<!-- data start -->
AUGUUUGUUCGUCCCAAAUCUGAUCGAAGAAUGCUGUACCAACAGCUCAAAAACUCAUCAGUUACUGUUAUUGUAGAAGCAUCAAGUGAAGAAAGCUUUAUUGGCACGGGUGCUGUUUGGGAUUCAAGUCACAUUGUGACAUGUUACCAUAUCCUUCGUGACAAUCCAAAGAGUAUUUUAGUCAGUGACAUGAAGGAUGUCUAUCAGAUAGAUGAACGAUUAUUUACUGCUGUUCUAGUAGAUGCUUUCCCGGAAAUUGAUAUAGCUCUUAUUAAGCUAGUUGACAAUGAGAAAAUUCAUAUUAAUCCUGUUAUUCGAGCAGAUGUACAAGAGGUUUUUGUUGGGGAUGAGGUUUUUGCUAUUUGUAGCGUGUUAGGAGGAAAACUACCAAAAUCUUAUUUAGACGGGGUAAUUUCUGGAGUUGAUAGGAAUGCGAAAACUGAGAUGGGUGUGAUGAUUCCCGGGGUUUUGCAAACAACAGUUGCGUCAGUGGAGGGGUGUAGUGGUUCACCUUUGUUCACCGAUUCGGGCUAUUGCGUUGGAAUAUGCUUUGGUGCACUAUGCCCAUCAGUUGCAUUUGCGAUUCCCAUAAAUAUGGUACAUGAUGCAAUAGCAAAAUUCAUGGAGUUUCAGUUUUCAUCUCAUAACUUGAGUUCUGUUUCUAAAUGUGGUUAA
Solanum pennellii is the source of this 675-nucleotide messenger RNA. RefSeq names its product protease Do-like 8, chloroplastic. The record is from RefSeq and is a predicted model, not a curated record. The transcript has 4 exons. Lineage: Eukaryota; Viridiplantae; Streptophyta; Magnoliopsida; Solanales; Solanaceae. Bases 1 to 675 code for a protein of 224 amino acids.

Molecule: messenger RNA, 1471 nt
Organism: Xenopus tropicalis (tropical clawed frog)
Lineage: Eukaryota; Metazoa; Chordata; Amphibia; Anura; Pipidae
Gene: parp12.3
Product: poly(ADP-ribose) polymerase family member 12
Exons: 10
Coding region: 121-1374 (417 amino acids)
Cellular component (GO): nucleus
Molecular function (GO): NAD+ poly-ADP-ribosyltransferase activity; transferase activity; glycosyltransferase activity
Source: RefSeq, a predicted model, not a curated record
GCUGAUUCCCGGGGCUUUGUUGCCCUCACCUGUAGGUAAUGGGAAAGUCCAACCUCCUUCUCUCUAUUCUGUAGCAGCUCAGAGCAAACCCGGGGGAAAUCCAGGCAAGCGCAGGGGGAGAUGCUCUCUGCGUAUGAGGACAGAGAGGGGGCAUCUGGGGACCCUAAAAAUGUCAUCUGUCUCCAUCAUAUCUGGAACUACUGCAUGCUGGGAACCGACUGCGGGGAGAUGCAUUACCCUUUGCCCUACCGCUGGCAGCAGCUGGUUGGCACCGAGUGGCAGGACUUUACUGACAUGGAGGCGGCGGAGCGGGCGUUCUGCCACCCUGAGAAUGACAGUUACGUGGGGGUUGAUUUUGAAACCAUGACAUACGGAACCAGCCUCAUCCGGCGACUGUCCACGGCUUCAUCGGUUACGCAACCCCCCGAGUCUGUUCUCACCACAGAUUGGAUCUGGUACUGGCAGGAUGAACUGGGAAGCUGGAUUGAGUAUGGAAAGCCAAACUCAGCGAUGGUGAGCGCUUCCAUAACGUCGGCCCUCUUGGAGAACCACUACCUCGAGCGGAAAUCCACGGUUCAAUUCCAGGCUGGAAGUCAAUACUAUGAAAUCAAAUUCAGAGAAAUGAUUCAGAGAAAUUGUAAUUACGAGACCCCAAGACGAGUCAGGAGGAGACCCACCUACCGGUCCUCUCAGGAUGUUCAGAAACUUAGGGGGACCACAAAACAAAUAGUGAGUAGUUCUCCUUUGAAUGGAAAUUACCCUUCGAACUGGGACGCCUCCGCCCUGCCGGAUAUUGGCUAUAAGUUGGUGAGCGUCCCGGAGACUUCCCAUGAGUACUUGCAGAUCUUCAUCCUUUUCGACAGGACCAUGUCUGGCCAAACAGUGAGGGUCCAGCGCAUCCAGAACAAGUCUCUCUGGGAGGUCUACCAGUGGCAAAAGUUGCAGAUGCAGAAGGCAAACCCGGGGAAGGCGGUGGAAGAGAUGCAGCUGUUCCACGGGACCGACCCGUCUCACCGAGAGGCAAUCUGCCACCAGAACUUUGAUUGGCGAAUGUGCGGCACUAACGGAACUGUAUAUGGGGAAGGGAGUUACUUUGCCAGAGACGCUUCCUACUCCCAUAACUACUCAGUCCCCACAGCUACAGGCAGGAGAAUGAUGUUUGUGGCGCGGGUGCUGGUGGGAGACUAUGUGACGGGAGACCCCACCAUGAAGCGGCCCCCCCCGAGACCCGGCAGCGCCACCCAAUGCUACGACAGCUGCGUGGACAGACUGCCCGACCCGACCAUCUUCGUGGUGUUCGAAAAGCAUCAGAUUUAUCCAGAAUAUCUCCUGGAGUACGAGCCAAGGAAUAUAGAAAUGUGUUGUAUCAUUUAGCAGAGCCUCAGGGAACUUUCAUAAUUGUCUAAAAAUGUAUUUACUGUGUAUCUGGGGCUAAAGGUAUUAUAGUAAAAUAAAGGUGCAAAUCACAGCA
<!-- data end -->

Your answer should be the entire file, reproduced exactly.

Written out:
AUGUUUGUUCGUCCCAAAUCUGAUCGAAGAAUGCUGUACCAACAGCUCAAAAACUCAUCAGUUACUGUUAUUGUAGAAGCAUCAAGUGAAGAAAGCUUUAUUGGCACGGGUGCUGUUUGGGAUUCAAGUCACAUUGUGACAUGUUACCAUAUCCUUCGUGACAAUCCAAAGAGUAUUUUAGUCAGUGACAUGAAGGAUGUCUAUCAGAUAGAUGAACGAUUAUUUACUGCUGUUCUAGUAGAUGCUUUCCCGGAAAUUGAUAUAGCUCUUAUUAAGCUAGUUGACAAUGAGAAAAUUCAUAUUAAUCCUGUUAUUCGAGCAGAUGUACAAGAGGUUUUUGUUGGGGAUGAGGUUUUUGCUAUUUGUAGCGUGUUAGGAGGAAAACUACCAAAAUCUUAUUUAGACGGGGUAAUUUCUGGAGUUGAUAGGAAUGCGAAAACUGAGAUGGGUGUGAUGAUUCCCGGGGUUUUGCAAACAACAGUUGCGUCAGUGGAGGGGUGUAGUGGUUCACCUUUGUUCACCGAUUCGGGCUAUUGCGUUGGAAUAUGCUUUGGUGCACUAUGCCCAUCAGUUGCAUUUGCGAUUCCCAUAAAUAUGGUACAUGAUGCAAUAGCAAAAUUCAUGGAGUUUCAGUUUUCAUCUCAUAACUUGAGUUCUGUUUCUAAAUGUGGUUAA
Solanum pennellii is the source of this 675-nucleotide messenger RNA. RefSeq names its product protease Do-like 8, chloroplastic. The record is from RefSeq and is a predicted model, not a curated record. The transcript has 4 exons. Lineage: Eukaryota; Viridiplantae; Streptophyta; Magnoliopsida; Solanales; Solanaceae. Bases 1 to 675 code for a protein of 224 amino acids.

Molecule: messenger RNA, 1471 nt
Organism: Xenopus tropicalis (tropical clawed frog)
Lineage: Eukaryota; Metazoa; Chordata; Amphibia; Anura; Pipidae
Gene: parp12.3
Product: poly(ADP-ribose) polymerase family member 12
Exons: 10
Coding region: 121-1374 (417 amino acids)
Cellular component (GO): nucleus
Molecular function (GO): NAD+ poly-ADP-ribosyltransferase activity; transferase activity; glycosyltransferase activity
Source: RefSeq, a predicted model, not a curated record
GCUGAUUCCCGGGGCUUUGUUGCCCUCACCUGUAGGUAAUGGGAAAGUCCAACCUCCUUCUCUCUAUUCUGUAGCAGCUCAGAGCAAACCCGGGGGAAAUCCAGGCAAGCGCAGGGGGAGAUGCUCUCUGCGUAUGAGGACAGAGAGGGGGCAUCUGGGGACCCUAAAAAUGUCAUCUGUCUCCAUCAUAUCUGGAACUACUGCAUGCUGGGAACCGACUGCGGGGAGAUGCAUUACCCUUUGCCCUACCGCUGGCAGCAGCUGGUUGGCACCGAGUGGCAGGACUUUACUGACAUGGAGGCGGCGGAGCGGGCGUUCUGCCACCCUGAGAAUGACAGUUACGUGGGGGUUGAUUUUGAAACCAUGACAUACGGAACCAGCCUCAUCCGGCGACUGUCCACGGCUUCAUCGGUUACGCAACCCCCCGAGUCUGUUCUCACCACAGAUUGGAUCUGGUACUGGCAGGAUGAACUGGGAAGCUGGAUUGAGUAUGGAAAGCCAAACUCAGCGAUGGUGAGCGCUUCCAUAACGUCGGCCCUCUUGGAGAACCACUACCUCGAGCGGAAAUCCACGGUUCAAUUCCAGGCUGGAAGUCAAUACUAUGAAAUCAAAUUCAGAGAAAUGAUUCAGAGAAAUUGUAAUUACGAGACCCCAAGACGAGUCAGGAGGAGACCCACCUACCGGUCCUCUCAGGAUGUUCAGAAACUUAGGGGGACCACAAAACAAAUAGUGAGUAGUUCUCCUUUGAAUGGAAAUUACCCUUCGAACUGGGACGCCUCCGCCCUGCCGGAUAUUGGCUAUAAGUUGGUGAGCGUCCCGGAGACUUCCCAUGAGUACUUGCAGAUCUUCAUCCUUUUCGACAGGACCAUGUCUGGCCAAACAGUGAGGGUCCAGCGCAUCCAGAACAAGUCUCUCUGGGAGGUCUACCAGUGGCAAAAGUUGCAGAUGCAGAAGGCAAACCCGGGGAAGGCGGUGGAAGAGAUGCAGCUGUUCCACGGGACCGACCCGUCUCACCGAGAGGCAAUCUGCCACCAGAACUUUGAUUGGCGAAUGUGCGGCACUAACGGAACUGUAUAUGGGGAAGGGAGUUACUUUGCCAGAGACGCUUCCUACUCCCAUAACUACUCAGUCCCCACAGCUACAGGCAGGAGAAUGAUGUUUGUGGCGCGGGUGCUGGUGGGAGACUAUGUGACGGGAGACCCCACCAUGAAGCGGCCCCCCCCGAGACCCGGCAGCGCCACCCAAUGCUACGACAGCUGCGUGGACAGACUGCCCGACCCGACCAUCUUCGUGGUGUUCGAAAAGCAUCAGAUUUAUCCAGAAUAUCUCCUGGAGUACGAGCCAAGGAAUAUAGAAAUGUGUUGUAUCAUUUAGCAGAGCCUCAGGGAACUUUCAUAAUUGUCUAAAAAUGUAUUUACUGUGUAUCUGGGGCUAAAGGUAUUAUAGUAAAAUAAAGGUGCAAAUCACAGCA